Date of Conferral



Doctor of Nursing Practice (DNP)


Health Services


Sue Bell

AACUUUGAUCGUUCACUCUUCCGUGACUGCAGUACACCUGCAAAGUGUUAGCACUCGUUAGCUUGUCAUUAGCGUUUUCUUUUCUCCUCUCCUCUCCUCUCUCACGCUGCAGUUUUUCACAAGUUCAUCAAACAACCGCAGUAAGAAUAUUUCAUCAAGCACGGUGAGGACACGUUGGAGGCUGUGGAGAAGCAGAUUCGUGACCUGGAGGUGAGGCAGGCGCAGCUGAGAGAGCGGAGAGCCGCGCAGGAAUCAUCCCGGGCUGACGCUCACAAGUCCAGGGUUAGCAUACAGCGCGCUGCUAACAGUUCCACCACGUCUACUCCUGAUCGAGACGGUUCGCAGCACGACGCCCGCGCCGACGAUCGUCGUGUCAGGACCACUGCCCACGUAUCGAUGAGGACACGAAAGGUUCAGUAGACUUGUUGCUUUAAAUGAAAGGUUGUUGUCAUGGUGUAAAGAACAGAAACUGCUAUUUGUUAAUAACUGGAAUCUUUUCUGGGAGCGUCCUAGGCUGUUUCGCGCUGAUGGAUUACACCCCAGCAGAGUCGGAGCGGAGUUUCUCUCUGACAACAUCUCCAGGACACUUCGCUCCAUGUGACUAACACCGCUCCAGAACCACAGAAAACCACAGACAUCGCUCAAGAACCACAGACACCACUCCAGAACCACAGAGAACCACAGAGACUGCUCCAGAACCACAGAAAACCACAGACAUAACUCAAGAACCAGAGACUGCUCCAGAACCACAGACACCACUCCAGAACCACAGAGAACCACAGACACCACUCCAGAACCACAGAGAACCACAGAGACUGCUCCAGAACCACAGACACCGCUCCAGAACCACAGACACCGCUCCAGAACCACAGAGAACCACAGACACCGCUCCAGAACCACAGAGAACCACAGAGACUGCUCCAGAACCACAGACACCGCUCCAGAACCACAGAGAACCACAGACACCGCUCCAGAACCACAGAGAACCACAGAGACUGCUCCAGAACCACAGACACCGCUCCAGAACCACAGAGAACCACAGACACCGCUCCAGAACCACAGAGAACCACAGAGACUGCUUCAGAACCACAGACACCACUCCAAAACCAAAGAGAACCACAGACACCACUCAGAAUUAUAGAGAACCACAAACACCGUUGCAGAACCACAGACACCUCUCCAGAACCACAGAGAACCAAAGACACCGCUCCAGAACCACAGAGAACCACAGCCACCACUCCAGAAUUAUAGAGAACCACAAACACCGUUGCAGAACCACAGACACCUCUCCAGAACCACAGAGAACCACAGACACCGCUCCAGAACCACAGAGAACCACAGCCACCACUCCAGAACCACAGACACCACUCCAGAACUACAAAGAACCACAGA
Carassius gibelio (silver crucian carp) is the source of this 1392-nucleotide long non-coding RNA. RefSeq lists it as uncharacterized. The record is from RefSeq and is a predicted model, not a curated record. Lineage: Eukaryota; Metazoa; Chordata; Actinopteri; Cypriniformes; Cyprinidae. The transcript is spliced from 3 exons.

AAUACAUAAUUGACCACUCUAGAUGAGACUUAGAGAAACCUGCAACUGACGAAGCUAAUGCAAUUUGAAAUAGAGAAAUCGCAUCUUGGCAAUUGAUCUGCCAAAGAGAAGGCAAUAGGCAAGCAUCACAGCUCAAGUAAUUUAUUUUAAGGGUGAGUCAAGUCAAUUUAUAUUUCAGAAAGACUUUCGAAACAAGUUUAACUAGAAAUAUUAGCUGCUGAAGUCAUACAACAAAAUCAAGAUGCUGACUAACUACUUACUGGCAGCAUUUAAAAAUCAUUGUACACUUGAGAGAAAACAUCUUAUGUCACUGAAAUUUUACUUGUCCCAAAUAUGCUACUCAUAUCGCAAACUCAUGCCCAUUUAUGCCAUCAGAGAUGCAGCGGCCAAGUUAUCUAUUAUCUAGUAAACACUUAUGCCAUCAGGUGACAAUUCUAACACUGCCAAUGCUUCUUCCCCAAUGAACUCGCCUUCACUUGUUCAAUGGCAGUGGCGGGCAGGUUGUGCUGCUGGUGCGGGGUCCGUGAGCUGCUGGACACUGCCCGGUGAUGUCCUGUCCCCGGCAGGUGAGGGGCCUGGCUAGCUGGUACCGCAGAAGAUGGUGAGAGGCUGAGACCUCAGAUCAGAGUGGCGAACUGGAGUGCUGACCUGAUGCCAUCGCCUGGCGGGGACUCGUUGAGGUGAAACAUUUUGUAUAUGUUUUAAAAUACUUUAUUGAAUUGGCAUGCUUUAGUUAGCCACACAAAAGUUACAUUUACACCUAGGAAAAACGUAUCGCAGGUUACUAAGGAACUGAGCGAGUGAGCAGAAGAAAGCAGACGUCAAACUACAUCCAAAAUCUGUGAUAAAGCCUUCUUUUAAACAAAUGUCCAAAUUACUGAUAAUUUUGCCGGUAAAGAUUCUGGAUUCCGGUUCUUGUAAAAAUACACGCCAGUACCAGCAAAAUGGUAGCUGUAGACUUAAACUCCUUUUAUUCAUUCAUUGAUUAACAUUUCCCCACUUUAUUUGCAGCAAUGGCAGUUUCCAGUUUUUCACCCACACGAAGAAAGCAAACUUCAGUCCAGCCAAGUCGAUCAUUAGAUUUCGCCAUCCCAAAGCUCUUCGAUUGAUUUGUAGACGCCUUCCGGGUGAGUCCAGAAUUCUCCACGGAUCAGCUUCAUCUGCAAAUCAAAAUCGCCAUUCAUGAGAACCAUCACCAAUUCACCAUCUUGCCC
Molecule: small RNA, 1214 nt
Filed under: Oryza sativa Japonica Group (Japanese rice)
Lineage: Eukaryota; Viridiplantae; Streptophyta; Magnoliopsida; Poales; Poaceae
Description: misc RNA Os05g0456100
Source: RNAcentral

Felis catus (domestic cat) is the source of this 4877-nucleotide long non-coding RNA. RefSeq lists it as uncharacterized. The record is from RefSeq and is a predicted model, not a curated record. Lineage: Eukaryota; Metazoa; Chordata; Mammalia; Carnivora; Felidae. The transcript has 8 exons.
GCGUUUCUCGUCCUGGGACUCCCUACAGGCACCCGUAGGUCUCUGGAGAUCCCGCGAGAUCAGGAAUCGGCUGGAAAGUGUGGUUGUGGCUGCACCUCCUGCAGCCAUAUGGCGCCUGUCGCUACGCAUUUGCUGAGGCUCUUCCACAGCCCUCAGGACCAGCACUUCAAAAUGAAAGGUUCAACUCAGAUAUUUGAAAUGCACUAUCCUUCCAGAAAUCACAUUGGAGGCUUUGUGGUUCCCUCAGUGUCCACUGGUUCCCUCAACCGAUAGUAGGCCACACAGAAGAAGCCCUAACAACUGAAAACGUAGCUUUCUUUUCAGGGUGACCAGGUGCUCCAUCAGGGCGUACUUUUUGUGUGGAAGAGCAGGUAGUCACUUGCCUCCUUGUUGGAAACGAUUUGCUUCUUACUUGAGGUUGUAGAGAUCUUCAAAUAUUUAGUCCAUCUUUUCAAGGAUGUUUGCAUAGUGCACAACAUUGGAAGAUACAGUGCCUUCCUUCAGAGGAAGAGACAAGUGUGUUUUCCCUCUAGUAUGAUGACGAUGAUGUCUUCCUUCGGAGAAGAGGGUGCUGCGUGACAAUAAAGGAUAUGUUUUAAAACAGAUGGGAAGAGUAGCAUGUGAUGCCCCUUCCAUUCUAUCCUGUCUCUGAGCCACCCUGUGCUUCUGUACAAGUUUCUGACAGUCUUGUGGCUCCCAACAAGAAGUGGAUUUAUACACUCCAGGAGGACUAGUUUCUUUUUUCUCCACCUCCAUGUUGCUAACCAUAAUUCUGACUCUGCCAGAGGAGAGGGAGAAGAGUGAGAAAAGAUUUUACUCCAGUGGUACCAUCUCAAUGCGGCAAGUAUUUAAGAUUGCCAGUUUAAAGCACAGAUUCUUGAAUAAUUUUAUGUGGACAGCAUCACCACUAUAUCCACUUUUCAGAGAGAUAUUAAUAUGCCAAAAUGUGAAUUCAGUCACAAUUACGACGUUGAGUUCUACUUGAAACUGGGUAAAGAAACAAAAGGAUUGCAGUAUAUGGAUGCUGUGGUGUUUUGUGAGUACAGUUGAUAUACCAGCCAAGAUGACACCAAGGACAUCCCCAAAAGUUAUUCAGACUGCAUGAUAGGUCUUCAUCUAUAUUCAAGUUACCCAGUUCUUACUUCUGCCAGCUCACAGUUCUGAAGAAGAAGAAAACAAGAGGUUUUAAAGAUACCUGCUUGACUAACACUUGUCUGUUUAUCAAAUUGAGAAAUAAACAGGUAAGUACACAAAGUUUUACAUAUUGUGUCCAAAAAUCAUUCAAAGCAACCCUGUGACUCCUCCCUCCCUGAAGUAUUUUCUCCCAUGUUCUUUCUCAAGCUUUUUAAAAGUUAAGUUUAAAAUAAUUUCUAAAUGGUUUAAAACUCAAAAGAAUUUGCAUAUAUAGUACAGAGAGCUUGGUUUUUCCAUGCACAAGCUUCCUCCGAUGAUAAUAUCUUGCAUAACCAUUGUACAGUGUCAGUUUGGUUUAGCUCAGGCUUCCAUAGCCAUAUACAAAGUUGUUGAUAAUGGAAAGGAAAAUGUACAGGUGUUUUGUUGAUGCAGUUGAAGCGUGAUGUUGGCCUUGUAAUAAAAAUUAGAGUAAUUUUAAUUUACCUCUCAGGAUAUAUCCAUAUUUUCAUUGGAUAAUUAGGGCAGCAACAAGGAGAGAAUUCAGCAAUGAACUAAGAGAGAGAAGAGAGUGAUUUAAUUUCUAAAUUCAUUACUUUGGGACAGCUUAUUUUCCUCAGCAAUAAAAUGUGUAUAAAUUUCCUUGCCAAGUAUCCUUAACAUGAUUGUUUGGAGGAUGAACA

Central-line catheters save lives, but they can also bring about complications, such as hospital-acquired infections. The Institute of Healthcare Improvement has collected data indicating that using proper insertion techniques and maintenance care, known as "the bundle," can prevent bloodstream infections associated with central lines. Progress has been made toward that end: The bundle has been used in intensive care units in a variety of hospitals and reportable central-line infections have decreased by 38%. However, because infections continue to occur inside and outside intensive care units, more needs to be done to protect all patients from these deadly infections. The purpose of this project was to initiate a dedicated central-line access team to insert and maintain all central-line apparatus at the target hospital. One month of data was collected before and after implementing the dedicated team approach and included when the order was written, when the central line apparatus was inserted, who inserted the central line, the number of infections, and the number of complications associated with the central-line apparatus. According to the results, complications, such as infections and occlusions--known to be associated with central lines--decreased twofold and placement delays decreased by 3 hours (57%). The results support the establishment of a committed multidisciplinary team to insert and maintain all central lines. Hospital safety and quality departments will be interested in the methods and outcomes of this project that reduced central line-associated bloodstream infections, decreased treatment delays, and saved the patient and the healthcare organization from costly additional services.

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